Kids' games have always existed, but no one's ever fully decided exactly what they're for. The likes of the Carmen Sandiego series always aimed to teach kids something transferable, to turn otherwise wasted time into sneaky extra-curricular activities. The LEGO series, on the other hand, aims to teach our spawn little more than the fact that Danish-ly presented wizards, space monks or cosmic heralds can punch the injection moulded crap out of bricks.
These opposing sides, education and entertainment, leave a fairly wide gap. If we've reached the point in history where part of raising children is giving them computer games, shouldn't we be educating them in entertainment? Kirby Triple Deluxe fills that void with aplomb. HAL Laboratory's follow-up to Kirby's Adventure Wii is a competent introduction to platforming tropes, fighting game muscle memory, puzzler logic and achievement hunter collecting, all through the veil of a story about an androgynous pink bubble-creature eating wildlife.
The basic concept's simple enough - both in understandability and actual difficulty. Kirby's a left-to-right 2D platforming hero with the ability to suck in obstacles or enemies before spitting them out or absorbing their powers. Coupled with his ability to float lazily and infinitely, he's basically immensely powerful - enemies are weak, Kirby's strong and if you're in danger, you can bypass most of them by simply soaring above your troubles.
What's most interesting then, aren't the meagre challenges themselves, but in how they invite you in. Each Copy Ability, gained by swallowing your prey, is less a single extra attack and more a magical costume, bestowing you with any number of moves.
The Link-alike Sword ability lets you combo together slashes, fire beams and dash violently past groups of waddling baddies. The new Beetle ability, on the other hand, makes you a more efficient fighter, spearing one enemy to throw them at the other, while gaining a faster flying ability for more mobile combat.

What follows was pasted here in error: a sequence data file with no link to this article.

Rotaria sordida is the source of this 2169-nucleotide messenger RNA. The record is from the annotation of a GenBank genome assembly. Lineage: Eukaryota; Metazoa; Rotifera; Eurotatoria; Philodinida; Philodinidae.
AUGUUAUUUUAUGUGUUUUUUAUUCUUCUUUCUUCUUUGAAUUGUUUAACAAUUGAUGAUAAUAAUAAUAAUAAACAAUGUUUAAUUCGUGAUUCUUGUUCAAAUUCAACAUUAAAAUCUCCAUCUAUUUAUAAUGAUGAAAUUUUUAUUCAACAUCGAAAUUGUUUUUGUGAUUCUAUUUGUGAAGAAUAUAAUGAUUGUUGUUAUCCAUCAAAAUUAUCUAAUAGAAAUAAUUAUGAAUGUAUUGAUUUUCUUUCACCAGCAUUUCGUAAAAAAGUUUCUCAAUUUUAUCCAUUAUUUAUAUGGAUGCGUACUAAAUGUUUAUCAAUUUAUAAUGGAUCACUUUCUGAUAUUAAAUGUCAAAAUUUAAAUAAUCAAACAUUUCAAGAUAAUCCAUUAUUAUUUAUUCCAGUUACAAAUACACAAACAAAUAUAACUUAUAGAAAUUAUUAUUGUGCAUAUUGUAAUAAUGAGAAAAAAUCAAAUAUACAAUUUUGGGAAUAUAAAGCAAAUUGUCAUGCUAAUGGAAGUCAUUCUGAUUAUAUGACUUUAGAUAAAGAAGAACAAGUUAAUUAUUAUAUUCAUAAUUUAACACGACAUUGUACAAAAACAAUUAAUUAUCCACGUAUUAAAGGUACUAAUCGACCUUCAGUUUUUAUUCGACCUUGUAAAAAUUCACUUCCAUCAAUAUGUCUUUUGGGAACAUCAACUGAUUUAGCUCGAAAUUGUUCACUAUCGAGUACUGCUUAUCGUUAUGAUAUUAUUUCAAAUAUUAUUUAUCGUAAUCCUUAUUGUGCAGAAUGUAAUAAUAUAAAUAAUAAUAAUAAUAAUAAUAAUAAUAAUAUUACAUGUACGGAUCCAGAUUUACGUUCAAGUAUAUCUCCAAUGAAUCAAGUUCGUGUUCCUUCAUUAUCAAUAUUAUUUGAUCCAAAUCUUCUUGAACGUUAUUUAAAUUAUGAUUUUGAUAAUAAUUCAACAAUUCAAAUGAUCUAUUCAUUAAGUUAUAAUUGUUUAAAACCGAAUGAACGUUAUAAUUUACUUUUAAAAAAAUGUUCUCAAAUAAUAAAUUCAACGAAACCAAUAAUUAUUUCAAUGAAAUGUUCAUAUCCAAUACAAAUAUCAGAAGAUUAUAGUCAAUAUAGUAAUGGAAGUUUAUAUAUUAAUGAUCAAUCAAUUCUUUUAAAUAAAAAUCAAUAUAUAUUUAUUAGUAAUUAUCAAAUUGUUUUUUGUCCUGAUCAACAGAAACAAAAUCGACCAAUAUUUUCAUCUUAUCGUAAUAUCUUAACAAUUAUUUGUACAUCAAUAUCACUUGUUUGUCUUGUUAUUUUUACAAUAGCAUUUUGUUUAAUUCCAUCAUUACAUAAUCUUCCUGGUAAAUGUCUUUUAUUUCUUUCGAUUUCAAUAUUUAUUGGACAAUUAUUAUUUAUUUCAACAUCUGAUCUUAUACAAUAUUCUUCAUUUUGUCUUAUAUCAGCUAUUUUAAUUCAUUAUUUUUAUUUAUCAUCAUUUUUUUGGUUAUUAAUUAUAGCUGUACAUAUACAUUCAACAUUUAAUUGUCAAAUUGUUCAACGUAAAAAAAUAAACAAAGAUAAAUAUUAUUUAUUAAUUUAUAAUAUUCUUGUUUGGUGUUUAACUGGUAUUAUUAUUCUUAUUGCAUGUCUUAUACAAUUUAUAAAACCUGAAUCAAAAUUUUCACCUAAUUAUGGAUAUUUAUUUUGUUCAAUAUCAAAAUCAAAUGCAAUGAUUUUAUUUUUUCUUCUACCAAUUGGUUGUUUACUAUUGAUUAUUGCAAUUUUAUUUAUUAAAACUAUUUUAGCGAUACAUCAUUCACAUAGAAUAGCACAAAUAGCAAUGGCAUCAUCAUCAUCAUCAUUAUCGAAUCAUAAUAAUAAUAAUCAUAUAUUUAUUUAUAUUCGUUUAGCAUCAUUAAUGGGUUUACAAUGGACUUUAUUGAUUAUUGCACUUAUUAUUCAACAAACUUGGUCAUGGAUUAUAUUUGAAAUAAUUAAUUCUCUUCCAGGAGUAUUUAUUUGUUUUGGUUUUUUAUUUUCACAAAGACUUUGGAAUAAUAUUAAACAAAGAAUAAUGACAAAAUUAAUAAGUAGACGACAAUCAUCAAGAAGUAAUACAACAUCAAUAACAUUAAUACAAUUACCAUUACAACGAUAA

"There's tonnes to see, even without mentioning the miniature Smash Bros. that is Kirby Fighters mode"
Each ability, on average, gives you around 10 separate powers (with some quick-press button combos to give kids the rudiments of a regular beat 'em up move list), but you'll almost never specifically need any of them - in fact, we're fairly sure you can complete the entire game without ever copying an enemy. The key is in making you want to use every one, because seeing what they can do is so much fun.
That desire for exploration is everywhere in the game. With over 250 keychain collectibles to find, you'll begin to look at every imperfect wall, suspiciously-placed enemy or singular block for signs of secrets. With the game's new focus on 3D effects, interacting between two or three layers of platforms to find a single item isn't uncommon. There's tonnes to see, even without mentioning the miniature Smash Bros. that is Kirby Fighters mode, nor Dedede's Drum Dash, a rhythm action extra, or even the two extra modes unlocked after finishing the game.
Even without that completist impetus, it's a world you'll want to see. Eschewing the usual "Fire, Ice, Water" template, you'll travel through haunted carnival funhouses, over ominously rumbling train tracks and through strange industrial complexes filled with gigantic, laser spewing robot heads with juddering moustaches.
And then there are the Hypernova sections. Seemingly as some sort of reward for all the good work you've been doing, Kirby's newest powerup - which multiplies his inhale ability several times over, letting him suck up entire screens' of enemies and furniture - is pure spectacle, a Super Saiyan release that takes almost no skill, but will still get you chuckling and gasping at the ludicrous results of your indiscrete new power.
Bosses are similar - while not particularly difficult, each one's a new, redolent, as a Zelda-alike magical painter covers the top layer of your stereoscopic screen in streaks of primary colour, or a living storm cloud gets you leaping between layers in a manner recent Donkey Kong players will recognise - all leading to a final encounter so huge it seems more befitting of a Platinum game than Nintendo's most obviously child-skewed series.
Those reminders of other games are essentially the point. There's no doubt that this is a kids' game in intent - and it's a perfect example, simple to understand and quick to teach - but that fantastical, well thought-out presentation will give any adult their money's-worth too.
It might well not provide the challenge some will be after from a Nintendo platformer, and its best moments often stem from events outside of the player's control, but it's a lovingly crafted, inventive and, most of all, intelligently designed game, no matter who's playing.
Getting through it might be a breeze, but it's what Kirby has you doing and seeing that inflates this into greatness.
- The kids' game atmosphere with an adult's eye for secrets
- The delightfully solid and unexpected world, peppered with brilliant moments
- Hypernova - our old Dyson will never seem quite as impressive again.
- Any experienced player will float through from start to finish